The Song of My People

 

I sing a song of white privilege

A song of sunscreen and tomato sandwiches

A song of diet Cokes and Virginia Slims

I sing a song of chocolate chip cookies baked at midnight

Of Hershey’s nuggets

And meat with dinner every night

Of running down gravel roads, falling, and picking tiny rocks out of bloody palms

A song of homeschooling with a stay at home mom

Of please, and thank you, and Dear Lord

Of sit up straight

Of VHS tapes and shareware DOS games

Of Vivaldi and King James

Of Laurel and Hardy, and Scarface

Of Taily Bone on cassette, and Grimm’s Fairy Tales in hardback

Books and books and books and books

Wading the cold creek barefoot, the rocks don’t hurt after your feet go numb

Catching fireflies in the yard at dusk

More books, late into the night

Whoa, your dad’s house is huge! Are you rich?

Of exploring the woods

Dog bounding ahead, cats padding behind

My own secret church in a fallen tree

When I marvelled at life and wondered what I was,

A song with a touch of existential crisis

And even then

A nagging sense of guilt

 

 

 

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43 comments

  • I think you pretty much nailed it. Not in the sense that you listed everything about being middle class white, but that the thinks you listed evoked everything. Off how words and poems can work that way.

    I have issues with “white privilege”, by the way. I think the name for it is unfortunate. It causes too much offense, and so people who ought to listen, tune out any discussion of it.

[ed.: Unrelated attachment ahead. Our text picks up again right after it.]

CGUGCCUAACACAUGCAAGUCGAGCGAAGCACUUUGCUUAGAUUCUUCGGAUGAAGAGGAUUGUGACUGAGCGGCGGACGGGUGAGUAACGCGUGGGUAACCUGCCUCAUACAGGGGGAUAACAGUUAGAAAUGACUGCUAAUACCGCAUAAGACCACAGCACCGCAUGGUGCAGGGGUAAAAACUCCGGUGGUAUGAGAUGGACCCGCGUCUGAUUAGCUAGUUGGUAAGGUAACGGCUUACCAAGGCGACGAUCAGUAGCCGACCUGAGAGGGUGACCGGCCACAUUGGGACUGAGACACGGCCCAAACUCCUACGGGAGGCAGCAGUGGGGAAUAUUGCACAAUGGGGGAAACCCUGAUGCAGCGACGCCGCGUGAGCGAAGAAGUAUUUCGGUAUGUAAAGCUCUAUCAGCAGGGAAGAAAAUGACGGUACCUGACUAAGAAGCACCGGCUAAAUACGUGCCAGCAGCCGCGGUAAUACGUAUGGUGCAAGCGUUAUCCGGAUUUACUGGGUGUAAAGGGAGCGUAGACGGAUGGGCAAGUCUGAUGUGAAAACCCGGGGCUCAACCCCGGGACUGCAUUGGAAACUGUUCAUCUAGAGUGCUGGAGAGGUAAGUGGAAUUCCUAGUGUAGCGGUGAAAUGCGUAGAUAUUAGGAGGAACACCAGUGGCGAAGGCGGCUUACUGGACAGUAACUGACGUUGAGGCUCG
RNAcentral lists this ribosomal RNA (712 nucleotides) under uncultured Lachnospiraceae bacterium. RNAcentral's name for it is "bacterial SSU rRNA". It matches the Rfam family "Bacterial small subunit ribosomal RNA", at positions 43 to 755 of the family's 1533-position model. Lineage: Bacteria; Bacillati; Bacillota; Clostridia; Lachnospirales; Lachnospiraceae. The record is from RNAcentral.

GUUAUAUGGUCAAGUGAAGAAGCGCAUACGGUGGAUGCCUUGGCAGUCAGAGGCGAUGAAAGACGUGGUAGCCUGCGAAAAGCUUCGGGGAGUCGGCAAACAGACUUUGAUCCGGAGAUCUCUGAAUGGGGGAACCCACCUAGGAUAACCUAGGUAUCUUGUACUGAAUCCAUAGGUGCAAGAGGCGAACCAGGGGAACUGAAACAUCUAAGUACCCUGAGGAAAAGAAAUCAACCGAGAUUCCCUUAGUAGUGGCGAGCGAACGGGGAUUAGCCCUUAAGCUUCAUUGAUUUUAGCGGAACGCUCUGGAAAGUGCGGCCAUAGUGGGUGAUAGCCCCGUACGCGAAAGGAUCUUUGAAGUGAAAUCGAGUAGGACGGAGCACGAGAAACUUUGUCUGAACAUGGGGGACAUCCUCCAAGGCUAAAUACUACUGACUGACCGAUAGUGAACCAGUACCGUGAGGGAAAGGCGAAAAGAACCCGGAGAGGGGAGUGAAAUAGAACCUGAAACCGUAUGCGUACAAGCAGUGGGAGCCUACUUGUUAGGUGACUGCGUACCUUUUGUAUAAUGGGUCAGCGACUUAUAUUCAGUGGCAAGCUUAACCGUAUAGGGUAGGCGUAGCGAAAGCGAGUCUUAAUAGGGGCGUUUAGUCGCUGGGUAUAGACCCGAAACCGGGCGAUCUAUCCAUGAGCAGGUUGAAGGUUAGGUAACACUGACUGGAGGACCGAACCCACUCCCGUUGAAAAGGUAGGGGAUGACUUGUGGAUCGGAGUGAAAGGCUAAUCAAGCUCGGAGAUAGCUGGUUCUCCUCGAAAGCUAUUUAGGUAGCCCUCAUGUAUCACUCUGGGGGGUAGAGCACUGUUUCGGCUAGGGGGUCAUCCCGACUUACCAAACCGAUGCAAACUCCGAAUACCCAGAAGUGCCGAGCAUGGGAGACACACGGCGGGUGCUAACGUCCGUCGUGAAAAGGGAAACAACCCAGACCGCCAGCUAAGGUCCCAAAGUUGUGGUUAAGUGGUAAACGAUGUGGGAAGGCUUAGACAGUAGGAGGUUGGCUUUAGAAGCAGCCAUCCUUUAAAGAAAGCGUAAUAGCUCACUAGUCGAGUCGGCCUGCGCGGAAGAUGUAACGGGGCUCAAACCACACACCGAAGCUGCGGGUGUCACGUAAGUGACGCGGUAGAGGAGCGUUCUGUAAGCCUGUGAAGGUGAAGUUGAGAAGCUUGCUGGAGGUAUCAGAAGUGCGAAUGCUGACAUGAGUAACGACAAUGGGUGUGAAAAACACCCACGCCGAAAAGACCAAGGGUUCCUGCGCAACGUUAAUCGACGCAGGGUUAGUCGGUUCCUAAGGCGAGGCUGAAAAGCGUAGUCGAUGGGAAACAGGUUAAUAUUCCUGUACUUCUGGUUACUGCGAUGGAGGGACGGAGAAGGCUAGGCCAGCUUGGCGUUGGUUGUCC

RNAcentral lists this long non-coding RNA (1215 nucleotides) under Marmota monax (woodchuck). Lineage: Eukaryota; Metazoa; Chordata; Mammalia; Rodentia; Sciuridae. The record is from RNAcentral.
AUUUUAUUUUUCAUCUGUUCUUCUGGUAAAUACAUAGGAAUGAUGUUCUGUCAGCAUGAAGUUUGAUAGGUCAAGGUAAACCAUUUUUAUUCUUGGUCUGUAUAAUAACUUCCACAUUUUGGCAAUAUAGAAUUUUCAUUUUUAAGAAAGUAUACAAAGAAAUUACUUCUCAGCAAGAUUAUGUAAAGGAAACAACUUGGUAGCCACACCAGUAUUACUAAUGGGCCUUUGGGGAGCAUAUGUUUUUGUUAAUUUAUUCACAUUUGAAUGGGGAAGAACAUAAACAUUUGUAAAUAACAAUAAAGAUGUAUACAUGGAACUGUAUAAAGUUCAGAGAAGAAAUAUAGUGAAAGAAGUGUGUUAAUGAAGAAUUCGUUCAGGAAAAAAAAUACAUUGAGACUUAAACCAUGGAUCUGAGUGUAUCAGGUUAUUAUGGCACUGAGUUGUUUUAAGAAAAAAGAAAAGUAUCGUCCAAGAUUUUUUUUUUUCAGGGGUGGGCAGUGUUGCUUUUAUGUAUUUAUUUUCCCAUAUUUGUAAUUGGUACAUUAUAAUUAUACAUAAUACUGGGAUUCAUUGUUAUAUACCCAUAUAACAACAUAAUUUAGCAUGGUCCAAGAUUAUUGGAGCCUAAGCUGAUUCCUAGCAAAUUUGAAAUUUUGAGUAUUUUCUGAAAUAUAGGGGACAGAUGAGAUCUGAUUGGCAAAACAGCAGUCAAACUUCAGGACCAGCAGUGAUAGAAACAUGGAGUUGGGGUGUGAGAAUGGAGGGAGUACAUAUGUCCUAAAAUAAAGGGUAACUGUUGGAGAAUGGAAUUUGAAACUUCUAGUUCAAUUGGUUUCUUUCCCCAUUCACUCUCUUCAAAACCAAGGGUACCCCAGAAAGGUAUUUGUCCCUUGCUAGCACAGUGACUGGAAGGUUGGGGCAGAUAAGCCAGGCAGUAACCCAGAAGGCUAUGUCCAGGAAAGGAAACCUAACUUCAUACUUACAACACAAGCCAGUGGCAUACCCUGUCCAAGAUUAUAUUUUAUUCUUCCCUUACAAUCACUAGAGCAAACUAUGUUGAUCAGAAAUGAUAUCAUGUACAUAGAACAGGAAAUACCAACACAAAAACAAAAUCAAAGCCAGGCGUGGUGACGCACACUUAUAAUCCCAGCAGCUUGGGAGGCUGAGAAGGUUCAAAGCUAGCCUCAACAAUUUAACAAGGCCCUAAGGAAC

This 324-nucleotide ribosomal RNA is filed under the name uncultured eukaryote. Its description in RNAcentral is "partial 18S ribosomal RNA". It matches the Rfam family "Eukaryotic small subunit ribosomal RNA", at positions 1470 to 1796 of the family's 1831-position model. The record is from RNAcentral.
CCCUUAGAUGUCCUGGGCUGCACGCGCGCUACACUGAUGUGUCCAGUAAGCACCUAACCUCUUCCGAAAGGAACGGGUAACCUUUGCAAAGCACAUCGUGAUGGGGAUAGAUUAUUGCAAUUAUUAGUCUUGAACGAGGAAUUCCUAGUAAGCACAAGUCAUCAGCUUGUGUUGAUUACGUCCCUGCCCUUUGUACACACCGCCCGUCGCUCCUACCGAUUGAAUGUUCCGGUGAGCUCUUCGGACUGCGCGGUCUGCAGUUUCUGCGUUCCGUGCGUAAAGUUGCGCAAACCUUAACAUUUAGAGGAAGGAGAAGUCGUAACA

Liked by 1 person

  • Oh we were so fortunate in our young days, so many moons ago….. Yes things were different…. I never thought of privilege, rich or poor, the other side of the line…… there was just the backyard peppercorn tree and my tree-house, and that was my world …..

    Liked by 2 people

  • I feel a sense of guilt must never affect you, if your childhood was loving, happy and positive. Your childhood sounded great, and the good memories obviously made you want to write them down, which is a good thing I feel. I like the line describing vivaldi and King James. I was brought up listening to classical music too x

    Liked by 1 person

    • I did have a loving, happy, and positive childhood. There were negative aspects too, which I glossed over for the sake of poetry.
      But actually, I was self-harming by 11. I hated myself. I felt super guilty for the blessings I had and guilty for not being a good enough Christian. Go figure.
      I really don’t think my parents could possibly have done any better. I bet if I’d have been born into a less fortunate and loving family, I’d be a suicidal mess today. I had to overcome a lot of guilt to be as happy as I am! You’d do better to say, I’m pretty much free of guilt NOW, because I’ve had so much practice releasing it. I love aging!

      Liked by 1 person